How Is Idiopathic Pulmonary Fibrosis Treated?
Idiopathic pulmonary fibrosis (IPF) is a serious lung disease. It occurs when the tissue around air sacs (alveoli) in the lungs gets thick and stiff. This makes it harder to breathe. Over time this stiff tissue causes permanent scarring in the lungs, which is called fibrosis.1
IPF is unpredictable and there is no "normal" with this disease. A person's lung scarring may get worse slowly or quickly. Some people get worse fast and others remain stable for years and then suddenly get worse quickly. Many people with IPF also have times when their symptoms get much more serious suddenly. These times are called acute exacerbations.1,2
It is not clear what causes IPF, but older people, smokers, and people with a family history of IPF may be at higher risk of developing it. There is no cure for IPF, but treatment may slow its progression and help your lungs work better.1
Medicines for IPF and its complications
There are several drugs your doctor may prescribe if you have IPF. These medicines may help your lungs work better and help prevent exacerbations:1,2
- Nintedanib (Ofev®) or pirfenidone (Esbriet®) may be given for IPF
- Treprostinil or sildenafil may be given for severe IPF
Unfortunately, some current treatments have significant side effects and no current treatment is a cure.2
Common complications of IPF include acid reflux (gastroesophageal reflux disease or GERD) and microaspirations. Microaspirations occur when tiny bits of stomach acid vomit back up into the lungs, irritating lung tissue. Controlling both these complications may help slow IPF progression.1-3
Common complications due to scarring (fibrosis) of the lungs from IPF include:2,4
- Collapsed lungs (pneumothorax)
- Pulmonary hypertension
- Blood clots in the lungs (pulmonary embolism)
- Heart failure
- Lung cancer
People with IPF are likely to need help breathing. At first, extra oxygen may only be needed during exercise or other strenuous activities. Later, it may be needed constantly and include:2,4,5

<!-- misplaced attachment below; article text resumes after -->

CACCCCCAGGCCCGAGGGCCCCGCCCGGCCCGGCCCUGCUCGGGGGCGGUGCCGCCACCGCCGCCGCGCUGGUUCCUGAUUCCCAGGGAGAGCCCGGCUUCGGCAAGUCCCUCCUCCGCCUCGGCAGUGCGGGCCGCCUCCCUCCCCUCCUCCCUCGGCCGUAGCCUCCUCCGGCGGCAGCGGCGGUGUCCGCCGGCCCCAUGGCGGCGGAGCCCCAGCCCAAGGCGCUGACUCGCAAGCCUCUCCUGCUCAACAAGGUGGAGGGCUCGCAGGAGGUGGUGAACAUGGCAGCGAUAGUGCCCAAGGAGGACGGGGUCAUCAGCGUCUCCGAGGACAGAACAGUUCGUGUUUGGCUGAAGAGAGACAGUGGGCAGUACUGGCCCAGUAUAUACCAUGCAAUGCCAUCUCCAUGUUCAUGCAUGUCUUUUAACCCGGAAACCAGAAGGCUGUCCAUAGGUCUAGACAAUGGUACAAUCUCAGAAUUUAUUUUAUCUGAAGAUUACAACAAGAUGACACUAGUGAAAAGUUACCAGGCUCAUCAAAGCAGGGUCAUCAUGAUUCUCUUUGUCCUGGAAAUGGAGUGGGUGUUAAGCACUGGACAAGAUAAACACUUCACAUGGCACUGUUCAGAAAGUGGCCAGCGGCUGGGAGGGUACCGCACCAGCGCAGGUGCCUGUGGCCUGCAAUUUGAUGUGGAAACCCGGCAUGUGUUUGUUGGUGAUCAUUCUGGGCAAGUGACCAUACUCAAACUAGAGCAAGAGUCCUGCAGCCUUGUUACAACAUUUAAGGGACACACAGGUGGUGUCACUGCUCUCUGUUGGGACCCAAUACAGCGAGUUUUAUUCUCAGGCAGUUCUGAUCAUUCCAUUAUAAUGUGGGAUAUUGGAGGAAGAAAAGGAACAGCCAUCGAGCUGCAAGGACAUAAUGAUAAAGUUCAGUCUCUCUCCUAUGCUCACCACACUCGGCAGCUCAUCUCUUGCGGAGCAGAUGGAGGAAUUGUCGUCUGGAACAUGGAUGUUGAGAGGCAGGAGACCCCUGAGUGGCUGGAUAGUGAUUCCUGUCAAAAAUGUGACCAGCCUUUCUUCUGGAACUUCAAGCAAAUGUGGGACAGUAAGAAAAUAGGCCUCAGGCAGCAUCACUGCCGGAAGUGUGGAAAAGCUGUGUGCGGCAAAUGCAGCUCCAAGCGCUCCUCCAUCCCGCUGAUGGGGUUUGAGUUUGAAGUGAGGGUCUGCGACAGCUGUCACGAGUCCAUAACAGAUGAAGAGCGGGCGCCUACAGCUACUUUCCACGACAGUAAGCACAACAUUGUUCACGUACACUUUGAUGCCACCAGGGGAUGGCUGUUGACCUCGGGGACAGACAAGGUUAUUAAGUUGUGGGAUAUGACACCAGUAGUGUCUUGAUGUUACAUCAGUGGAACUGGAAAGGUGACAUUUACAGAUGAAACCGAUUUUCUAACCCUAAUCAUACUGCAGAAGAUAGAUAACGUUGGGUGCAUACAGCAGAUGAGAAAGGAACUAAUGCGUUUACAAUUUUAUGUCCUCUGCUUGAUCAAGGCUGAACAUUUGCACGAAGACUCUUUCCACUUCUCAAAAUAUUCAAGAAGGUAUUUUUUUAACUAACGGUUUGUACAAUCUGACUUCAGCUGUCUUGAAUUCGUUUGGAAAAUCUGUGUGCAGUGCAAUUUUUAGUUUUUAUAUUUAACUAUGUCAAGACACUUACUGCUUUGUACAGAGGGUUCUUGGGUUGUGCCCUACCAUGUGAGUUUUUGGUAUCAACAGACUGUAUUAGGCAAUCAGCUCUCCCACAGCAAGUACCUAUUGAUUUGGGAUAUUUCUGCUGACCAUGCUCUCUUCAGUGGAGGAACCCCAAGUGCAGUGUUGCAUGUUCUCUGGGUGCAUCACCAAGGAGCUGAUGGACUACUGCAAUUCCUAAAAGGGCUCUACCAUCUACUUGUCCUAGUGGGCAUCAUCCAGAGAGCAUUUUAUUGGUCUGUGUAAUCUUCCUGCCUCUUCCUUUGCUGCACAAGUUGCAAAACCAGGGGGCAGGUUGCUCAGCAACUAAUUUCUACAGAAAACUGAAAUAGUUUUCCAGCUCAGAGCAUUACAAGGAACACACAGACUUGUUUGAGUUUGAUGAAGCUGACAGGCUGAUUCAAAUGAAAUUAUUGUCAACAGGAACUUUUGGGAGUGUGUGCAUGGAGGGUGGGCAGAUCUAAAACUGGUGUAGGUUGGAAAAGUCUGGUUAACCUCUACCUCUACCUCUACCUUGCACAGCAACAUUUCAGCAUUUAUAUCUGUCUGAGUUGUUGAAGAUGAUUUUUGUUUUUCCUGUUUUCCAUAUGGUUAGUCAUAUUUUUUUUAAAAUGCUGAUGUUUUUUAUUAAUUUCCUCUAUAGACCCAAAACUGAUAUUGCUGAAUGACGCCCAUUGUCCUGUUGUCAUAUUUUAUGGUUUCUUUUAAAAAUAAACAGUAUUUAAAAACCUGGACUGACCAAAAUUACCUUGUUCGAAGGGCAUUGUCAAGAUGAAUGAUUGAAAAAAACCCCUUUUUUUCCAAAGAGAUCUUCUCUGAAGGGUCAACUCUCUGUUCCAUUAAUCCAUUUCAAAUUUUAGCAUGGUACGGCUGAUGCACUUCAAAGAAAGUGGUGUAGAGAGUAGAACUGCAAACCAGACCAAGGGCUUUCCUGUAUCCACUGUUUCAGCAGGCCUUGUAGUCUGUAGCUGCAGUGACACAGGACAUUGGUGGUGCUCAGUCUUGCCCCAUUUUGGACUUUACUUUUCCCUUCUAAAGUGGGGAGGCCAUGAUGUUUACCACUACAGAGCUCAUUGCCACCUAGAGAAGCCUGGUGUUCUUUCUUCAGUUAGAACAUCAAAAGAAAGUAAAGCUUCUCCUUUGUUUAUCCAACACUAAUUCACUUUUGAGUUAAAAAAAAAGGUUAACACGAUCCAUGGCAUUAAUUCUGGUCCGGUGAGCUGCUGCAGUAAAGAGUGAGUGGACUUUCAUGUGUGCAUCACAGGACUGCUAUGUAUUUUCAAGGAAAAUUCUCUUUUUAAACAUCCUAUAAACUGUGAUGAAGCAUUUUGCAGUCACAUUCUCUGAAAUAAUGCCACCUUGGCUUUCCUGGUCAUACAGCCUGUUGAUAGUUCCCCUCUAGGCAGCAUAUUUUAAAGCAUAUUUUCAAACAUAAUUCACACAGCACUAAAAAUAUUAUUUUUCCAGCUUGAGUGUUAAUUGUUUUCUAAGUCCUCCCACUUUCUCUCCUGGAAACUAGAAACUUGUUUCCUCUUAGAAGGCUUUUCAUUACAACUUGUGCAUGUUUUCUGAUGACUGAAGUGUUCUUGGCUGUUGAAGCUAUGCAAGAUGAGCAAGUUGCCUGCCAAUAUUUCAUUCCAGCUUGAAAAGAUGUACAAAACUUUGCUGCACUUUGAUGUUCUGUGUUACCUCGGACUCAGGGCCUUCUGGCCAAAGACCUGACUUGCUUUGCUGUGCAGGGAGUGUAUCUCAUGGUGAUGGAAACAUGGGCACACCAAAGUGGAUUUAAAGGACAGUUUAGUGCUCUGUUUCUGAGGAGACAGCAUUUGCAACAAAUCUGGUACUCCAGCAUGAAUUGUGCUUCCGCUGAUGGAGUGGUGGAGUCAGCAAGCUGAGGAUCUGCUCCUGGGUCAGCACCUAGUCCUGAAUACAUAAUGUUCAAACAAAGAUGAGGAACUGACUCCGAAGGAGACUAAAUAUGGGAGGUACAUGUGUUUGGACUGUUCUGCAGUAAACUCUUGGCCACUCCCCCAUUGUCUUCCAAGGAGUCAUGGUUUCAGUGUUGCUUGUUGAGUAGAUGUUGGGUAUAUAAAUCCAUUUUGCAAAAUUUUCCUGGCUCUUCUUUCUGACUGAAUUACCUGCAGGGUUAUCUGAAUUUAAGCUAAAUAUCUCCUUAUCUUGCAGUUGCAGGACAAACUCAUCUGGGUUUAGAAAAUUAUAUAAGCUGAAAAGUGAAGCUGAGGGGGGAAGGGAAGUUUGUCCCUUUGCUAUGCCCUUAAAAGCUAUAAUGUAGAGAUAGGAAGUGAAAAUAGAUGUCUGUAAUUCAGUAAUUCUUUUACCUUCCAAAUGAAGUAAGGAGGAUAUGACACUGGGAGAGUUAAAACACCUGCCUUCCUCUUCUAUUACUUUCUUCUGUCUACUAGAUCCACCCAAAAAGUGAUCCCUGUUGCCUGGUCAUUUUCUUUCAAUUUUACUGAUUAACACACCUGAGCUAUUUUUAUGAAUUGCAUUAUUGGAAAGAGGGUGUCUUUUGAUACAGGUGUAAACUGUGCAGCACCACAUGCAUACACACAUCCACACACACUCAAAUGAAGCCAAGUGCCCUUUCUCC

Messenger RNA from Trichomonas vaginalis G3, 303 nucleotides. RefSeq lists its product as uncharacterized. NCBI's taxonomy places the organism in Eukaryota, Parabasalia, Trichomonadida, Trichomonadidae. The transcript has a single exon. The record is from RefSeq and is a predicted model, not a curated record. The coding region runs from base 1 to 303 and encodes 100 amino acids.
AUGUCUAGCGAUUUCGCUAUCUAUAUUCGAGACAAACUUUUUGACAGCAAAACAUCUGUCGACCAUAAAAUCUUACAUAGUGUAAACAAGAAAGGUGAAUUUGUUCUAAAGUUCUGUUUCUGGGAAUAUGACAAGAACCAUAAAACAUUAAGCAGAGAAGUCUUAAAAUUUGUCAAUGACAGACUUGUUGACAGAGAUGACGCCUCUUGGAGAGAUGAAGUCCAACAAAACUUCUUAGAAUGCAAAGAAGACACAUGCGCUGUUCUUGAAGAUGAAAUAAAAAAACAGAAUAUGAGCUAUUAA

- Oxygen therapy (oxygen tank)
- Pulmonary rehabilitation
- Ventilator support
Some people with IPF may qualify for a lung transplant. Even though such a transplant is a difficult procedure for someone with IPF, it adds about 5 years of life.2
People with IPF can do several other things to improve their breathing and quality of life, such as:1,2,4
- Get recommended vaccinations, especially for diseases that affect the lungs or breathing.
- Stop smoking, if you smoke.
- Get regular check-ups for close monitoring.
- Alert your doctor to suddenly worse symptoms.
- Exercise as much as possible to maintain strength and lung function.
- Eat smaller meals more often. A full stomach can make it harder to breathe.
- If needed, lose weight to take stress off both your lungs and heart.
- Treat any stress, anxiety, and depression through counseling, medicine, or the support of friends and family.
- Avoid high altitudes.
- Avoid going outside when air quality is poor.
- Avoid dusty indoor places.
Doctors have tried many drugs over the years to try and find an effective treatment for IPF. None of these drugs are now recommended for IPF:2
- Azathioprine/prednisone/(N) acetylcysteine combination therapy
- Endothelin receptor antagonists
- Interferon gamma
- (N) acetylcysteine
Some of these drugs showed mixed results or made no change in people with IPF. Others had significant side effects. Though some may be of use in the future, at this time there is not enough data to prove safety or effectiveness.
Future directions for IPF research
Doctors have found more than 10 genetic mutations have been linked to IPF. These genetic changes are thought to account for up to 40 percent of the risk of developing IPF. Mutations have been found in the following genes:1,4
- MUC5B gene, which produces a mucus protein
- SP-C gene, which creates surfactant (a coating needed in the lungs)
- TERT and TERC genes, which create structures that help chromosomes work correctly